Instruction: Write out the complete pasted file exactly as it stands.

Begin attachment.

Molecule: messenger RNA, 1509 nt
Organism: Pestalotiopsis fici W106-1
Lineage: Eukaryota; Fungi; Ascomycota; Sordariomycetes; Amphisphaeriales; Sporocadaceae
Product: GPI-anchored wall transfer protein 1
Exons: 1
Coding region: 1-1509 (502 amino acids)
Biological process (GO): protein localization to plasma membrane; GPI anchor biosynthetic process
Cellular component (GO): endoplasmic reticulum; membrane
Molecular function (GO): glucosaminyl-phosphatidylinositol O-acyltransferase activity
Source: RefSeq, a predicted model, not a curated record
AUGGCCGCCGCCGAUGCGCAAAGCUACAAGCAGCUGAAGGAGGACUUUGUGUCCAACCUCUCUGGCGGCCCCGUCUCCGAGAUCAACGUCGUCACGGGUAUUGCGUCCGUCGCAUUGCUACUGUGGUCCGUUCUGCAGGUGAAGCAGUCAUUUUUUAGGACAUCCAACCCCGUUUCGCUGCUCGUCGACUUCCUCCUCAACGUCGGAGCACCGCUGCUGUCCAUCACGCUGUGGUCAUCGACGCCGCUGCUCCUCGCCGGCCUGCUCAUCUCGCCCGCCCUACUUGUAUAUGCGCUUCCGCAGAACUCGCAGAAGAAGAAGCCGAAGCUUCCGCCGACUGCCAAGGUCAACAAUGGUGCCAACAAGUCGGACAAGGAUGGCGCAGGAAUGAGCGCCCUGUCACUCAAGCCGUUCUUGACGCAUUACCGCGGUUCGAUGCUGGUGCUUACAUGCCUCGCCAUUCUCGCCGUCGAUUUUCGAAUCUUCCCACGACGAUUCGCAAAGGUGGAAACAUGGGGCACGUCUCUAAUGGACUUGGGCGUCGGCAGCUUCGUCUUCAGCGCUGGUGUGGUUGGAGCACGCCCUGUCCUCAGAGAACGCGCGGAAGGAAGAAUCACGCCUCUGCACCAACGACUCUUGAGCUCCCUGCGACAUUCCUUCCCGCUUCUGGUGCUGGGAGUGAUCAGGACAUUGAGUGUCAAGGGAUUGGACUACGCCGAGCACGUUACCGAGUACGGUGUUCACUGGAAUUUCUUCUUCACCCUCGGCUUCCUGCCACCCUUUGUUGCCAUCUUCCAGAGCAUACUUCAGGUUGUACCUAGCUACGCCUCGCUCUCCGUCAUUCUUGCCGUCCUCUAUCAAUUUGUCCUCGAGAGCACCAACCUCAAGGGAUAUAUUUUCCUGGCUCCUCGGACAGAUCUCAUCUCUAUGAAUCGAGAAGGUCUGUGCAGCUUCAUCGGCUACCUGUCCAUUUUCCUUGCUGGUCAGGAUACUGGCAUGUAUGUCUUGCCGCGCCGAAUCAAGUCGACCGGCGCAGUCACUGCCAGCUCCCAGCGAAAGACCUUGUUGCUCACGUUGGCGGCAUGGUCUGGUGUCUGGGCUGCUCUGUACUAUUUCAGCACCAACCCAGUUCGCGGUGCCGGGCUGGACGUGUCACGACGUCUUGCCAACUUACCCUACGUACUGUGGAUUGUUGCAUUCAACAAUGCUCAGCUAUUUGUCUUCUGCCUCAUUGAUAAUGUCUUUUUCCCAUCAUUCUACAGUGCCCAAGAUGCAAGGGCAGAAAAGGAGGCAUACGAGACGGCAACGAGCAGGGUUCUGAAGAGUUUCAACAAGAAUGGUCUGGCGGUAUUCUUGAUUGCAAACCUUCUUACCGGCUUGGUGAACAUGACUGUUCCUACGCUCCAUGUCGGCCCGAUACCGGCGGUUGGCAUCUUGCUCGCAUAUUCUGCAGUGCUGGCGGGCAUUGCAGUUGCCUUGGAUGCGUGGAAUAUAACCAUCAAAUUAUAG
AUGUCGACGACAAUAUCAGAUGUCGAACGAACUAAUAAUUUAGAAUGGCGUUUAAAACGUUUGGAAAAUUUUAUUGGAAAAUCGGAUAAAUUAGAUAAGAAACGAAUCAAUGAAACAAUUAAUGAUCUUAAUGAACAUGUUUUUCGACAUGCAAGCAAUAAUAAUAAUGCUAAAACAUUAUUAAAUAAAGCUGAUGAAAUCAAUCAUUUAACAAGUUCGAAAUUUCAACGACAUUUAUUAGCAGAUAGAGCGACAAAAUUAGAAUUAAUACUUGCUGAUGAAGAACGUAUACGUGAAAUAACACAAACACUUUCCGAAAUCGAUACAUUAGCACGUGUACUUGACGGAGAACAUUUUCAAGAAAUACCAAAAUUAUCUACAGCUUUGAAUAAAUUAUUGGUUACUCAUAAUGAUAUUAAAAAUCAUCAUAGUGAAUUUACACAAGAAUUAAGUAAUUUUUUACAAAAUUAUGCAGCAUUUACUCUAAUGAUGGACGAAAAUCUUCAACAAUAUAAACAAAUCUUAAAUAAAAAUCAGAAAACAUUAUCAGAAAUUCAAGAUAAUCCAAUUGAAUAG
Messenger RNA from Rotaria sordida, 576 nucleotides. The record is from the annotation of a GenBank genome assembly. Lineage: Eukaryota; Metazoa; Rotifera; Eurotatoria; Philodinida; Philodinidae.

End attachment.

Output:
Molecule: messenger RNA, 1509 nt
Organism: Pestalotiopsis fici W106-1
Lineage: Eukaryota; Fungi; Ascomycota; Sordariomycetes; Amphisphaeriales; Sporocadaceae
Product: GPI-anchored wall transfer protein 1
Exons: 1
Coding region: 1-1509 (502 amino acids)
Biological process (GO): protein localization to plasma membrane; GPI anchor biosynthetic process
Cellular component (GO): endoplasmic reticulum; membrane
Molecular function (GO): glucosaminyl-phosphatidylinositol O-acyltransferase activity
Source: RefSeq, a predicted model, not a curated record
AUGGCCGCCGCCGAUGCGCAAAGCUACAAGCAGCUGAAGGAGGACUUUGUGUCCAACCUCUCUGGCGGCCCCGUCUCCGAGAUCAACGUCGUCACGGGUAUUGCGUCCGUCGCAUUGCUACUGUGGUCCGUUCUGCAGGUGAAGCAGUCAUUUUUUAGGACAUCCAACCCCGUUUCGCUGCUCGUCGACUUCCUCCUCAACGUCGGAGCACCGCUGCUGUCCAUCACGCUGUGGUCAUCGACGCCGCUGCUCCUCGCCGGCCUGCUCAUCUCGCCCGCCCUACUUGUAUAUGCGCUUCCGCAGAACUCGCAGAAGAAGAAGCCGAAGCUUCCGCCGACUGCCAAGGUCAACAAUGGUGCCAACAAGUCGGACAAGGAUGGCGCAGGAAUGAGCGCCCUGUCACUCAAGCCGUUCUUGACGCAUUACCGCGGUUCGAUGCUGGUGCUUACAUGCCUCGCCAUUCUCGCCGUCGAUUUUCGAAUCUUCCCACGACGAUUCGCAAAGGUGGAAACAUGGGGCACGUCUCUAAUGGACUUGGGCGUCGGCAGCUUCGUCUUCAGCGCUGGUGUGGUUGGAGCACGCCCUGUCCUCAGAGAACGCGCGGAAGGAAGAAUCACGCCUCUGCACCAACGACUCUUGAGCUCCCUGCGACAUUCCUUCCCGCUUCUGGUGCUGGGAGUGAUCAGGACAUUGAGUGUCAAGGGAUUGGACUACGCCGAGCACGUUACCGAGUACGGUGUUCACUGGAAUUUCUUCUUCACCCUCGGCUUCCUGCCACCCUUUGUUGCCAUCUUCCAGAGCAUACUUCAGGUUGUACCUAGCUACGCCUCGCUCUCCGUCAUUCUUGCCGUCCUCUAUCAAUUUGUCCUCGAGAGCACCAACCUCAAGGGAUAUAUUUUCCUGGCUCCUCGGACAGAUCUCAUCUCUAUGAAUCGAGAAGGUCUGUGCAGCUUCAUCGGCUACCUGUCCAUUUUCCUUGCUGGUCAGGAUACUGGCAUGUAUGUCUUGCCGCGCCGAAUCAAGUCGACCGGCGCAGUCACUGCCAGCUCCCAGCGAAAGACCUUGUUGCUCACGUUGGCGGCAUGGUCUGGUGUCUGGGCUGCUCUGUACUAUUUCAGCACCAACCCAGUUCGCGGUGCCGGGCUGGACGUGUCACGACGUCUUGCCAACUUACCCUACGUACUGUGGAUUGUUGCAUUCAACAAUGCUCAGCUAUUUGUCUUCUGCCUCAUUGAUAAUGUCUUUUUCCCAUCAUUCUACAGUGCCCAAGAUGCAAGGGCAGAAAAGGAGGCAUACGAGACGGCAACGAGCAGGGUUCUGAAGAGUUUCAACAAGAAUGGUCUGGCGGUAUUCUUGAUUGCAAACCUUCUUACCGGCUUGGUGAACAUGACUGUUCCUACGCUCCAUGUCGGCCCGAUACCGGCGGUUGGCAUCUUGCUCGCAUAUUCUGCAGUGCUGGCGGGCAUUGCAGUUGCCUUGGAUGCGUGGAAUAUAACCAUCAAAUUAUAG
AUGUCGACGACAAUAUCAGAUGUCGAACGAACUAAUAAUUUAGAAUGGCGUUUAAAACGUUUGGAAAAUUUUAUUGGAAAAUCGGAUAAAUUAGAUAAGAAACGAAUCAAUGAAACAAUUAAUGAUCUUAAUGAACAUGUUUUUCGACAUGCAAGCAAUAAUAAUAAUGCUAAAACAUUAUUAAAUAAAGCUGAUGAAAUCAAUCAUUUAACAAGUUCGAAAUUUCAACGACAUUUAUUAGCAGAUAGAGCGACAAAAUUAGAAUUAAUACUUGCUGAUGAAGAACGUAUACGUGAAAUAACACAAACACUUUCCGAAAUCGAUACAUUAGCACGUGUACUUGACGGAGAACAUUUUCAAGAAAUACCAAAAUUAUCUACAGCUUUGAAUAAAUUAUUGGUUACUCAUAAUGAUAUUAAAAAUCAUCAUAGUGAAUUUACACAAGAAUUAAGUAAUUUUUUACAAAAUUAUGCAGCAUUUACUCUAAUGAUGGACGAAAAUCUUCAACAAUAUAAACAAAUCUUAAAUAAAAAUCAGAAAACAUUAUCAGAAAUUCAAGAUAAUCCAAUUGAAUAG
Messenger RNA from Rotaria sordida, 576 nucleotides. The record is from the annotation of a GenBank genome assembly. Lineage: Eukaryota; Metazoa; Rotifera; Eurotatoria; Philodinida; Philodinidae.